FBI Law Enforcement Bulletin Volume: 77 Issue: 6 Dated: June 2008 Pages: 10-15
This article explains the features of "managing up," which it defines as "focusing on relationships with superiors to achieve personal, professional, and organizational goals more effectively and efficiently."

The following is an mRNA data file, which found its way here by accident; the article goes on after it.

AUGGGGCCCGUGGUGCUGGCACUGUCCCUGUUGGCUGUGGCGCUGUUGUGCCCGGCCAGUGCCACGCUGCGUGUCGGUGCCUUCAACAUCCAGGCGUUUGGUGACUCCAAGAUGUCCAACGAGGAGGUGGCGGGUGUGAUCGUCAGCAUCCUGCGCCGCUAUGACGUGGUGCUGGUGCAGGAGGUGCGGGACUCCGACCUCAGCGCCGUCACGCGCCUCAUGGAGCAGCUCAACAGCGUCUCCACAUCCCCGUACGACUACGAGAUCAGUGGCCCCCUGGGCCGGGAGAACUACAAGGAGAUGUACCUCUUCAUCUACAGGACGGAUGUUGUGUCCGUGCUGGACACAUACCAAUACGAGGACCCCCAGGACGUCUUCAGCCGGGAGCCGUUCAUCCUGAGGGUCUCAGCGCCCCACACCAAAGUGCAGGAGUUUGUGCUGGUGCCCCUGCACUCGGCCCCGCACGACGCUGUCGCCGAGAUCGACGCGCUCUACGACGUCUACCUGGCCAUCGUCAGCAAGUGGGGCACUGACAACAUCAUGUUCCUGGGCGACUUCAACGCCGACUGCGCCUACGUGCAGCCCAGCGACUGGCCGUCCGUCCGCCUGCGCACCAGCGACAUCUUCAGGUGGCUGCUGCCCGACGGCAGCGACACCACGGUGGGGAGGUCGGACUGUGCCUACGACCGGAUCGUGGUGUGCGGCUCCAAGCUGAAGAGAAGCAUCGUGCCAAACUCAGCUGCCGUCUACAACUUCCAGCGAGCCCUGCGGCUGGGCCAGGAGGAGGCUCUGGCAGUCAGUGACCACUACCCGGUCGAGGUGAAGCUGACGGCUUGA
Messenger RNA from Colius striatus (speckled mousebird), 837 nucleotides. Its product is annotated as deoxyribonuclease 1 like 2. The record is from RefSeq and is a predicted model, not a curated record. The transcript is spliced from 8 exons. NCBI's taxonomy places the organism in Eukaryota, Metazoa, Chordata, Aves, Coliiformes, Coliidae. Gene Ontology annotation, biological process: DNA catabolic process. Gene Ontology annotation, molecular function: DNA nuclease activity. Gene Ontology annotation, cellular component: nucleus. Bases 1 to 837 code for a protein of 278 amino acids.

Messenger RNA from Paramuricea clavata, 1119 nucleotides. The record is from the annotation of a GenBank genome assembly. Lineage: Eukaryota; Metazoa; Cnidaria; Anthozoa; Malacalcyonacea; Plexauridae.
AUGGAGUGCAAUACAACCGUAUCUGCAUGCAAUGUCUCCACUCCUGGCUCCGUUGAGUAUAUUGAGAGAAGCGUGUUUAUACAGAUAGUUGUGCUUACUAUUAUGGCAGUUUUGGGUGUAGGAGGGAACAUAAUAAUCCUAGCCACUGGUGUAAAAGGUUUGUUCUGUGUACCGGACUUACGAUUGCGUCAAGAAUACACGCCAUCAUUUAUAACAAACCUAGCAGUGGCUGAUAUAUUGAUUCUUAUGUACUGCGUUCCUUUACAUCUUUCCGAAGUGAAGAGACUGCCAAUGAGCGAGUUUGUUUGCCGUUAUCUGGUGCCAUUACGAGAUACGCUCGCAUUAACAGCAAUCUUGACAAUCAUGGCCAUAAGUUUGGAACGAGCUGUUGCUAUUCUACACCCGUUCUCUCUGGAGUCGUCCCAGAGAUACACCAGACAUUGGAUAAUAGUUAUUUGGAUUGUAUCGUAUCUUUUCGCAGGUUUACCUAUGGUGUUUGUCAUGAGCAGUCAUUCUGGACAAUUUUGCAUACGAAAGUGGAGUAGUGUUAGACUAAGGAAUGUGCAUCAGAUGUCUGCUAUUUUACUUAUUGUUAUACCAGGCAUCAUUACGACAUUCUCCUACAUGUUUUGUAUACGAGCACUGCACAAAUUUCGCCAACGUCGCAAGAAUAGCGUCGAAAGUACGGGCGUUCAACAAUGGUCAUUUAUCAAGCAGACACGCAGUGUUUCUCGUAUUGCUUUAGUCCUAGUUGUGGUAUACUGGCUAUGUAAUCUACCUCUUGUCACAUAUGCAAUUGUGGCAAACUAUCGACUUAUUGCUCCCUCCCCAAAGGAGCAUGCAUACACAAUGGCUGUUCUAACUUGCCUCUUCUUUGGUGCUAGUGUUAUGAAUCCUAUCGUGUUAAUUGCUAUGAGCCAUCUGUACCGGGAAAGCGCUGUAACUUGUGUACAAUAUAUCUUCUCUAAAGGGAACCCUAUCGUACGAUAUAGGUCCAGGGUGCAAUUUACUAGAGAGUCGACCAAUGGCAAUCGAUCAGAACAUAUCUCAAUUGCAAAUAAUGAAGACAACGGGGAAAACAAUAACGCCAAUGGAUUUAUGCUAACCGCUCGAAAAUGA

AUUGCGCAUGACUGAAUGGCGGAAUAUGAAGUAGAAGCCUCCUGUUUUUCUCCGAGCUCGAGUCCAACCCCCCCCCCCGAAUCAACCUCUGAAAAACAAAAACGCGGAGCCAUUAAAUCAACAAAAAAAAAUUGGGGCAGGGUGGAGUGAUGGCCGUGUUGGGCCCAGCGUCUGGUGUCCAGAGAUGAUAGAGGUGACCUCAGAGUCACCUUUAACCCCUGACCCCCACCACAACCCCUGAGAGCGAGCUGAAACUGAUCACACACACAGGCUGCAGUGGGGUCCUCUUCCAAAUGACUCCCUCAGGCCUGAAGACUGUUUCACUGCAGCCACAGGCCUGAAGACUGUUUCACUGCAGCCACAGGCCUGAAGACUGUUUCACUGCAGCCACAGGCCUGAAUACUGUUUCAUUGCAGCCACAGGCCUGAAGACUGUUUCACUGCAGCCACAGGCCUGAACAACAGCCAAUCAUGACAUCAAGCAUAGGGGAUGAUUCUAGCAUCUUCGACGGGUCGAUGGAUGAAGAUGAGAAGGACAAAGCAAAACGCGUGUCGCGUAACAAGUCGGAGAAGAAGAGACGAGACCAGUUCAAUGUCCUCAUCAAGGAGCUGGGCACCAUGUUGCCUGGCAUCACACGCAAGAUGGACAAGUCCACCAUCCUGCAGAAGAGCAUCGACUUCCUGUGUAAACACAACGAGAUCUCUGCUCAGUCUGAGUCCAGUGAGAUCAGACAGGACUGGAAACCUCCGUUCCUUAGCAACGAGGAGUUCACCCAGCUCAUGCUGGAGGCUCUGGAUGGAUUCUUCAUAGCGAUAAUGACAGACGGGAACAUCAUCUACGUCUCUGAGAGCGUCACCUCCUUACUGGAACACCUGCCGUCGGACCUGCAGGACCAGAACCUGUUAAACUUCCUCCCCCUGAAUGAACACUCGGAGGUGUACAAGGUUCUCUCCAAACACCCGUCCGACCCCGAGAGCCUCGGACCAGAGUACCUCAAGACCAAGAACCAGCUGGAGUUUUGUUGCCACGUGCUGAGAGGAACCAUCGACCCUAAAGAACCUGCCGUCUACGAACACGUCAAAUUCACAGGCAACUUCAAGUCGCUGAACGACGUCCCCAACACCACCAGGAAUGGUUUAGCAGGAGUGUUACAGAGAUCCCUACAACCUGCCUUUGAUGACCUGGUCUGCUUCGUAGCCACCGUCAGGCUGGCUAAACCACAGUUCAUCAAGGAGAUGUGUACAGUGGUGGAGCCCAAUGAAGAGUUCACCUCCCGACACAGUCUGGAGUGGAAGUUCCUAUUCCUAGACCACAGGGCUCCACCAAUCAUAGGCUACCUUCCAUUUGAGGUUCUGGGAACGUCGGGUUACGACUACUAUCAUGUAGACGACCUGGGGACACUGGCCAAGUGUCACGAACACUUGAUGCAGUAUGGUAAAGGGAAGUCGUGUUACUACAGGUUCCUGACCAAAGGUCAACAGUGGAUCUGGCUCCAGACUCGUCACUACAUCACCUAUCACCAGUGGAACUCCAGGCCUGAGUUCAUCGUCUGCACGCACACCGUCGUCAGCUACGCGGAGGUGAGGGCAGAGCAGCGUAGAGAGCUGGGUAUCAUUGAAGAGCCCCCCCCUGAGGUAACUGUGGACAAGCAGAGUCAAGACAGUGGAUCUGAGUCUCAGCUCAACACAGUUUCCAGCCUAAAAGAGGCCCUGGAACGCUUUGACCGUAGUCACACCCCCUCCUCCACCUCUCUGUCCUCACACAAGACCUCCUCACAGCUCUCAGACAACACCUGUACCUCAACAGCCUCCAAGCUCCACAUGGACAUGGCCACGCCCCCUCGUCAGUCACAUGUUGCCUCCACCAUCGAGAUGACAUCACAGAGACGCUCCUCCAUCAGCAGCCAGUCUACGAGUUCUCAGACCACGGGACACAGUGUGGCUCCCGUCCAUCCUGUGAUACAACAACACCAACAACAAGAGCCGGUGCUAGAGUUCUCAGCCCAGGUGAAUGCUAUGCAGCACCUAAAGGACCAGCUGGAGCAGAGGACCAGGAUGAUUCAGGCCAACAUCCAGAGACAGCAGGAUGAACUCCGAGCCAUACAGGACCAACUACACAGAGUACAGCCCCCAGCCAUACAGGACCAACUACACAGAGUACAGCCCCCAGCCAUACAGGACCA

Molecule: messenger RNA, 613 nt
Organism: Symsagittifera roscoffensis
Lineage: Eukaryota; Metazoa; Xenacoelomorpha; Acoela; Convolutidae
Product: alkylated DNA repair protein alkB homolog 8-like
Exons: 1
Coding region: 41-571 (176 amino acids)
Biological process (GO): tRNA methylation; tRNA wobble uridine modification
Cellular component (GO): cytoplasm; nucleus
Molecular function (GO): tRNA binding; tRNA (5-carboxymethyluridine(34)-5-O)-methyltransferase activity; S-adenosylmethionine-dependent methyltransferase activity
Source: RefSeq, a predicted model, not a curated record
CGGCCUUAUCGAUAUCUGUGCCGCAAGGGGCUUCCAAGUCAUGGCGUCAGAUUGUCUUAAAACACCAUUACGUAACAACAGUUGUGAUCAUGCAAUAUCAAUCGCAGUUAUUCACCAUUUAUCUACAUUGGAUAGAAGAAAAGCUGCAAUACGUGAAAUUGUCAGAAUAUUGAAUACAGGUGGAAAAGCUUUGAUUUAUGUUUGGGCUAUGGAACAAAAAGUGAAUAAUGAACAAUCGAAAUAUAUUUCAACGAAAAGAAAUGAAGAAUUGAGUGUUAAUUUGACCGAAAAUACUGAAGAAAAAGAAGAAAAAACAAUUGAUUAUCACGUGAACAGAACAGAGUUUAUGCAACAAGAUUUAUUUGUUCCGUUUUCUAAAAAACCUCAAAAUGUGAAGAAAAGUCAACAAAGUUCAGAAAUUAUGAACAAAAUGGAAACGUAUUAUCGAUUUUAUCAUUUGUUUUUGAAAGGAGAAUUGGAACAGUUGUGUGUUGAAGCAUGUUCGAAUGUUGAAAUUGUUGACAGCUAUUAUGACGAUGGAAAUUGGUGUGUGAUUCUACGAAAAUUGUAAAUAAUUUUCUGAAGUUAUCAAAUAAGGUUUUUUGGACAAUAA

Management involves accomplishing goals by leading and directing others who perform various functions under the policies and goals set by the top executives of the organization; however, this process is most efficient and productive when those who perform the frontline and middle-management positions provide feedback and insight to their immediate superiors about ways that their work can be done more efficiently and effectively. This "managing up" interaction between employees and those who supervise them can be improved by the development of a number of capabilities and characteristics in the employees being supervised. One of the important capabilities is "emotional intelligence," which involves personal and social awareness and proficiency. It refers to the effective management of oneself and relationships with others. It consists of self-awareness, self-management, social awareness, and social skill. These resources facilitate constructive interactions with managers that are cooperative and mutually constructive in terms of improving performance at each level of the management chain. Employees must also seek clarification from their supervisors about what is required of them, so there will be no doubt about the performance standards by which their work is being judged. Managing up also requires that employees assess their supervisor in terms of their personality characteristics and management styles. This involves determining whether they are open to suggestions, whether they are sensitive to any implication that there should be changes in how work is performed, and whether they are authoritarian or are conducive to a team approach to getting the work done. This assessment will determine the approach taken in managing up so that cooperation rather than conflict emerges. 20 notes
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